Pellet stoves are ‘hot’ alternative to heating oil

By Mike Lange
Staff Writer

    Pellet stoves have been around in one form or another since the Arab oil embargo of 1973 when fossil fuel prices went sky-high. But the modern versions are nothing like the predecessors of 40 years ago. Like other alternative heating systems, sales of pellet stoves have varied in recent years, depending on both fuel prices and the general economy. “When we first started stocking them, sales were really strong,” said Andy Lovell, owner of Lovell’s Hardware in Guilford. “They’ve slowed down a bit, but I expect them to pick up this fall. I don’t see oil prices going down very much.”

BU-Pellets-DC-PO-37Observer photo/Mike Lange

    READY FOR WINTER — Moosehead Trail Home and Hearth office manager Angela Labbe is shown with a Breckwell Big E pellet stove.

    Pellet stoves have many advantages over a traditional wood-burning unit, Lovell said. “They’re cleaner to run and you only have to fill them every 12 to 24 hours. You’re also using bagged fuel instead of lugging wood in the house,” he explained. “Plus, you get a better distribution of heat in your home.”
    Lovell estimates that the average-size home can be heated with three or four tons of pellets, currently priced at $225 per ton. “We have Vistaflame and Englander in stock in various sizes. They’re rated by BTUs, so you can determine the best fit for your needs,” Lovell said.
    Angela Labbe, the office manager at Moosehead Trail Home and Hearth in Guilford, said sales have been steady for both stoves and pellets. “Our best seller is Breckwell. They have the best variety of sizes and give the best value for the price,” Labbe said. They also carry Blackwell, Hudson River, Napoleon, Enviro, Pacific Energy and Lennox stoves and have a good stock of replacement parts. One model, the Breckwell Big E, holds three bags of pellets which can last “anywhere from 24 hours to a few days,” Labbe said.
    Labbe said that the concept of pellet stoves is fairly simple but routine maintenance is important. “They have two blowers: one blows the heat out and the other blows out the smoke,” she said. “They should be cleaned once a week. Once a year, the whole stove and pipe system should be thoroughly cleaned in areas where ash can build up.”
    At Dover True Value, pellet stoves are also selling very well, according to store owner Tim Robinson. “It’s less expensive than heating oil and a lot less work than firewood,” Robinson said. Dover True Value carries Heatilator, England Stove Works and U.S. Stove pellet furnaces which range from $900 to $1,700.
“We have stoves from 40,000 to 200,000 BTUs,” Robinson said.
    Robinson also said that routine maintenance is also the key to getting the most heat for your buck. “Use good quality pellets, and clean out the ash build-up at least once a week,” Robinson said. Dover True Value carries wood pellets from Athens and Corinth starting at $210 per ton and New England pellets at $275 per ton.
    Finally, the Maine Fire Marshall’s office has some safety tips for anyone considering a switch to wood heat from regular fuel oil.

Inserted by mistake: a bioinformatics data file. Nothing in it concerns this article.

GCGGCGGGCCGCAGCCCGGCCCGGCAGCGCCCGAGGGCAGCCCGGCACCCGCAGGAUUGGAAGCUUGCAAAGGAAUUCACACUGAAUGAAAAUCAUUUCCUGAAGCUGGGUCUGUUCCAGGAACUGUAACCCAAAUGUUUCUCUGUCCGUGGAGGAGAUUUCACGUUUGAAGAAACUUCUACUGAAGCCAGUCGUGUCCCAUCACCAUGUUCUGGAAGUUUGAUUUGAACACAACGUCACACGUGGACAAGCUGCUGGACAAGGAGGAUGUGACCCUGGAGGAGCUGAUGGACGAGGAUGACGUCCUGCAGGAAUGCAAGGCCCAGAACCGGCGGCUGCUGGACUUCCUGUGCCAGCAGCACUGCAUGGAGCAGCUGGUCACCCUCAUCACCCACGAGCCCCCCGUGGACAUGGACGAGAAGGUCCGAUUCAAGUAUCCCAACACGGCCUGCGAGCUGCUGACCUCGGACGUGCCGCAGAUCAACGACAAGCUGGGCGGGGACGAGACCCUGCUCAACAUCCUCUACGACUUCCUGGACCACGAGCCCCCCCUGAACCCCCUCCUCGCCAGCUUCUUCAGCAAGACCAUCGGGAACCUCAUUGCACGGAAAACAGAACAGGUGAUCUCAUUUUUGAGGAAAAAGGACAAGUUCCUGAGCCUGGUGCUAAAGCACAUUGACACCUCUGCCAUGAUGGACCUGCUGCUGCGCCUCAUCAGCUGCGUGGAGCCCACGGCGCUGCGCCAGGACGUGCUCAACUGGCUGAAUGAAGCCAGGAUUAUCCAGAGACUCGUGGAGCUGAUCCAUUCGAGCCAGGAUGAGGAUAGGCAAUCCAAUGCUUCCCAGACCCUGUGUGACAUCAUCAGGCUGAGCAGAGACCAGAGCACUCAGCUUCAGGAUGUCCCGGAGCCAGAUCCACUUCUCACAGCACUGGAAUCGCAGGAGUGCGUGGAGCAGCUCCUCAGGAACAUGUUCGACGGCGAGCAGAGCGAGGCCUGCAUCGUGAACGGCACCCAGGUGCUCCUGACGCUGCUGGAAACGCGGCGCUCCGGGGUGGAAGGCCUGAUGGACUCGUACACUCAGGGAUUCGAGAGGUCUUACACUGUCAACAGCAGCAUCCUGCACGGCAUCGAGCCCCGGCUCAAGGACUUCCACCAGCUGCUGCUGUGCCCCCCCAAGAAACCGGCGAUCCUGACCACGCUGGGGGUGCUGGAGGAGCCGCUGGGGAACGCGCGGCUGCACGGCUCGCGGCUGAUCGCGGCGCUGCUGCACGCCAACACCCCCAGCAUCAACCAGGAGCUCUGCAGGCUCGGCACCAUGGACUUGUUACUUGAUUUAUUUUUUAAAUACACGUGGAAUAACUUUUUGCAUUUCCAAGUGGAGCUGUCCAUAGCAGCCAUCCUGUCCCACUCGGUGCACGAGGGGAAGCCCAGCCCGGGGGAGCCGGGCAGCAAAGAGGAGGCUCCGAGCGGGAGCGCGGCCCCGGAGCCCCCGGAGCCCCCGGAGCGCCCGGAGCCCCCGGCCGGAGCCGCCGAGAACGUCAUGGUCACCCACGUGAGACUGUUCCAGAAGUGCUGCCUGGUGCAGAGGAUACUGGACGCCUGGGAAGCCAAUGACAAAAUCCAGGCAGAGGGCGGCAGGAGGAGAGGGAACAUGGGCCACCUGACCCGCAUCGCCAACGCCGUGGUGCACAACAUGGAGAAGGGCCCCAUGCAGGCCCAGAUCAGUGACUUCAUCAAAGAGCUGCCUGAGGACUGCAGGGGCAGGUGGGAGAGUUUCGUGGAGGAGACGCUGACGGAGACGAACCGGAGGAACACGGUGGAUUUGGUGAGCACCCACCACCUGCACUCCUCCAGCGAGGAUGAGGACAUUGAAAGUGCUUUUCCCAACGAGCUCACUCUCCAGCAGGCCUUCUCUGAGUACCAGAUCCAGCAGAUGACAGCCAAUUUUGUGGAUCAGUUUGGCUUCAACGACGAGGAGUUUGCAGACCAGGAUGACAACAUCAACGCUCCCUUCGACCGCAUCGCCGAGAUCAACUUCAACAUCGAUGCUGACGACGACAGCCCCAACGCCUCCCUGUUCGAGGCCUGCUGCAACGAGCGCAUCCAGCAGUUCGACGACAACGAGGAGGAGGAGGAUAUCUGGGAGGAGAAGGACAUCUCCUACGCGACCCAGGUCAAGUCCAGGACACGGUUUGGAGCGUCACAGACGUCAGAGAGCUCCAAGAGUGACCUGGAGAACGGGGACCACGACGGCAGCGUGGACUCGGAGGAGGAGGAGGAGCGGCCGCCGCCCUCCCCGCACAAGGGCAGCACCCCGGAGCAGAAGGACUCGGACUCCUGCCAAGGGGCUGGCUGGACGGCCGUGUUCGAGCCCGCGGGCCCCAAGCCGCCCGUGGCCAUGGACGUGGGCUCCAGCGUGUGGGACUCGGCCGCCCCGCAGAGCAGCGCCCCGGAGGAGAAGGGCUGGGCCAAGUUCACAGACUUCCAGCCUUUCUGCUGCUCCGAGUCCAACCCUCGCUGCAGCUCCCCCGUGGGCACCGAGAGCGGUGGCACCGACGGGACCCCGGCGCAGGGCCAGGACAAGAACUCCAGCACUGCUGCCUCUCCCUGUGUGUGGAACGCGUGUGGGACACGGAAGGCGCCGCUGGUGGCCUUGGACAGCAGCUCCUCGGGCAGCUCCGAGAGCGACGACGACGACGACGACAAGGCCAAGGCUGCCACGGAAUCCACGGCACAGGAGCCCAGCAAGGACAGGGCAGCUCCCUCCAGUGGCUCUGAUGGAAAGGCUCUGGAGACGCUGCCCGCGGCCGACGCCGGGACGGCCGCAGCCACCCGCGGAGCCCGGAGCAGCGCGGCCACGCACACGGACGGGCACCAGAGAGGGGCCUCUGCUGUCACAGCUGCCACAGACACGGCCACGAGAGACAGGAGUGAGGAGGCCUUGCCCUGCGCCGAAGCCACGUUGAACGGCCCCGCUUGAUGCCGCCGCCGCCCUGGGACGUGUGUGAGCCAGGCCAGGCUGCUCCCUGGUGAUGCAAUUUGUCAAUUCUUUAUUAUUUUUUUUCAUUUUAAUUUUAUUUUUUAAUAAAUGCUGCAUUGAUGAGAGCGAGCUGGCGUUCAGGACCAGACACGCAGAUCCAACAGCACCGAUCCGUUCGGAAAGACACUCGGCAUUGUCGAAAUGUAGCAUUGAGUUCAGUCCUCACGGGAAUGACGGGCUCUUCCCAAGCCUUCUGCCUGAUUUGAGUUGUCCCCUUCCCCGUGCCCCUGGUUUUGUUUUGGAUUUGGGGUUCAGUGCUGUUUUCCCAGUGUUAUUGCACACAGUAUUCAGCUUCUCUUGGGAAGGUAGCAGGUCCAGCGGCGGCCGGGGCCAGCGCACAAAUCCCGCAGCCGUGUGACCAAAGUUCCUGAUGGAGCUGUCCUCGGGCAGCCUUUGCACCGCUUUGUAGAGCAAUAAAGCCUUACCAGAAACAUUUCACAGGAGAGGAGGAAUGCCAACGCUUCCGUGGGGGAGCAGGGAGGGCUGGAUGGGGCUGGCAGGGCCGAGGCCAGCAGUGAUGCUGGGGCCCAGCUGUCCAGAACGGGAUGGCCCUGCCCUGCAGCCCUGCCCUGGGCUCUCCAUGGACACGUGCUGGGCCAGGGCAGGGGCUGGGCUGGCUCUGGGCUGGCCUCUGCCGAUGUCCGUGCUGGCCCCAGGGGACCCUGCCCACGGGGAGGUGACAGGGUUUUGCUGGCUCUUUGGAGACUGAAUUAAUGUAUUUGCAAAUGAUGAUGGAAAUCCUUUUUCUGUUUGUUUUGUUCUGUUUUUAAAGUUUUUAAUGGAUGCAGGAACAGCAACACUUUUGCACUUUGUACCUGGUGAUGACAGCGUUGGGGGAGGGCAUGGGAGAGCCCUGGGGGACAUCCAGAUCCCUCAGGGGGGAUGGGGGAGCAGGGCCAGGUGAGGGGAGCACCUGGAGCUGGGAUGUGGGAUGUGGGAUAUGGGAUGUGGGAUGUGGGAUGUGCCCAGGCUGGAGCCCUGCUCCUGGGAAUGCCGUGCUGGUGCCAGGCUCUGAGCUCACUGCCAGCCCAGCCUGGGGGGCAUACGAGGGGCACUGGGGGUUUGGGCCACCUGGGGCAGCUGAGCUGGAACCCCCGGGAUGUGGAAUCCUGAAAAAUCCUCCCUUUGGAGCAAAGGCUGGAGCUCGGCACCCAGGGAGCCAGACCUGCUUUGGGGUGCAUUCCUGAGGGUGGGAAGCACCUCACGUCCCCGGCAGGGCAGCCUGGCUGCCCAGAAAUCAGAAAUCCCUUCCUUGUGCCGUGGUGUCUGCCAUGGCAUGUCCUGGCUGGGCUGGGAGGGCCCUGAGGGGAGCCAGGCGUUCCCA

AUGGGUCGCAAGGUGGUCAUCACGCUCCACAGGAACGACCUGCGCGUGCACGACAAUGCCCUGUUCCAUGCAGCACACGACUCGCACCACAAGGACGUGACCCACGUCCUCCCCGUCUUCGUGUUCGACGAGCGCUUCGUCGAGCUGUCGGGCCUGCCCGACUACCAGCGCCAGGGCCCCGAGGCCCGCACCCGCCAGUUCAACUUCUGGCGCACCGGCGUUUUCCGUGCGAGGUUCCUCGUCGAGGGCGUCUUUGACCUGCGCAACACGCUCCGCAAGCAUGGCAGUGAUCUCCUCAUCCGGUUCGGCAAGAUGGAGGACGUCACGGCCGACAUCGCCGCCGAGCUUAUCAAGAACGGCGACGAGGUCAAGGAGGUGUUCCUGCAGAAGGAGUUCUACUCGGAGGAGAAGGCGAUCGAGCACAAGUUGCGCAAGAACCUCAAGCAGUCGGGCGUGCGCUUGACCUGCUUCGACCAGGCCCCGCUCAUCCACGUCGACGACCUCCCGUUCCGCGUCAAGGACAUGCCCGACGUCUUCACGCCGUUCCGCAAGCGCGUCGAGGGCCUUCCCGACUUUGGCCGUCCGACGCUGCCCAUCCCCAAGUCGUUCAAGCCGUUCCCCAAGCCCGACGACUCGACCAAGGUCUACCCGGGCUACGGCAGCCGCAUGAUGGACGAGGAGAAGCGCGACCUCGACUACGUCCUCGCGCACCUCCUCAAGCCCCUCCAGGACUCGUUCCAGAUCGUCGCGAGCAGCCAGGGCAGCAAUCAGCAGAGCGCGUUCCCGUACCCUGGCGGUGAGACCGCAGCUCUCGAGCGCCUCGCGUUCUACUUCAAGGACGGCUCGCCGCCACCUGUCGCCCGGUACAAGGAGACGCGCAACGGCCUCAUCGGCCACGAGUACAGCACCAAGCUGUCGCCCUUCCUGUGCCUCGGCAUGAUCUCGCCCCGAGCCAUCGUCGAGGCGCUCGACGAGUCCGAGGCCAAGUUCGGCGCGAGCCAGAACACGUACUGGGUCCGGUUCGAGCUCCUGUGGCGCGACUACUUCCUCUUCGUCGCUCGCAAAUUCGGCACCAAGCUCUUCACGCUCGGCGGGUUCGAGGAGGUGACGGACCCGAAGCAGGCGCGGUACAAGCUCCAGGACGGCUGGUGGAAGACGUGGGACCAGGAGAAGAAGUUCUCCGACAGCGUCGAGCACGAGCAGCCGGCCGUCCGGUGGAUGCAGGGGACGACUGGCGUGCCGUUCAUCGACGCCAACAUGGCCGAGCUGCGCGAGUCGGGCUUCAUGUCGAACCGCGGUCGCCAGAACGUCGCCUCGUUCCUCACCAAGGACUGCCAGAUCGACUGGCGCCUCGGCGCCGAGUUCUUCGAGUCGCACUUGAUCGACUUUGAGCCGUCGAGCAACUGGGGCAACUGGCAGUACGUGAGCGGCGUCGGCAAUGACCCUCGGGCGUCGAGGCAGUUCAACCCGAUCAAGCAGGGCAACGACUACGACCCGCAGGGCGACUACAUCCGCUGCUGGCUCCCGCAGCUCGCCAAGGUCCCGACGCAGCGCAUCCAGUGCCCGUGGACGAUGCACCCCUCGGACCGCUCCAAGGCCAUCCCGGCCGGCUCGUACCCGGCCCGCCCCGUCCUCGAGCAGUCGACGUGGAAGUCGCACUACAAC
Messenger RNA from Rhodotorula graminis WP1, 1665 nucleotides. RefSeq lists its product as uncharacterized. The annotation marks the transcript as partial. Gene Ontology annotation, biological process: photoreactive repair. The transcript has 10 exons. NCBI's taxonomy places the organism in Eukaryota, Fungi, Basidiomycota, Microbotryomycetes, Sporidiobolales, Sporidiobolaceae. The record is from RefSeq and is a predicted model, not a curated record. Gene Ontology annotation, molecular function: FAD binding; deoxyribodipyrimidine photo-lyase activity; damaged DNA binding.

First, do some thorough research on the appliance. “You want to be sure it will save you money and that you have the appropriate space in which to install it.”
    Also, install the unit as directed by the manufacturer. “If you don’t feel confident about this, seek advice from a professional.”
    Finally, visit the University of Maine Cooperative Extension Service website for tips on energy conservation and the use of alternative fuel sources.

Who can help with home improvements? Jack Does That!

    If you know you need help around your house, you might want to look into the newest program of the Charlotte White Center: Jack Does That!
    Jack Does That (JDT) is an hour exchange based in Dover-Foxcroft with members scattered around Piscataquis and Penobscot counties. Members of the exchange use their time and talents to earn hours that they can use to get help from other members in the exchange. “We try to make it very easy to connect with other people in the exchange,” says Patrick Myers, coordinator of Jack Does That. “Members of the exchange post things they can offer and requests for things they need. If I go to a member’s house and help stack wood for an hour, I get an hour in my ‘bank.’ I can then use that hour for a visit to the dental hygienist,  for someone to come help in my garden, a trip to the movies, or anything else that our members offer.”
    Jack Does That started in July and already has 50 members with over 120 hours exchanged. To become a member, interested individuals need to attend an hour-long orientation. At the orientation, they will learn a bit about the background of the exchange and how to use the online software. Though the tracking software is web-based, Myers says that using a computer is not a prerequisite for joining the program, “We have several members who either don’t have or don’t use computers. It is very easy for them to use the program with a paper directory and their telephone,” Myers said. “We have tried to eliminate all barriers to membership so that anyone who is interested can join the exchange.”
    To learn more about Jack Does That, go to the program’s website www.jackdoesthat.org or call 230-3016. New member orientations occur every few weeks along with pot luck meals and other events.
    Jack Does That is a program of the Charlotte White Center.

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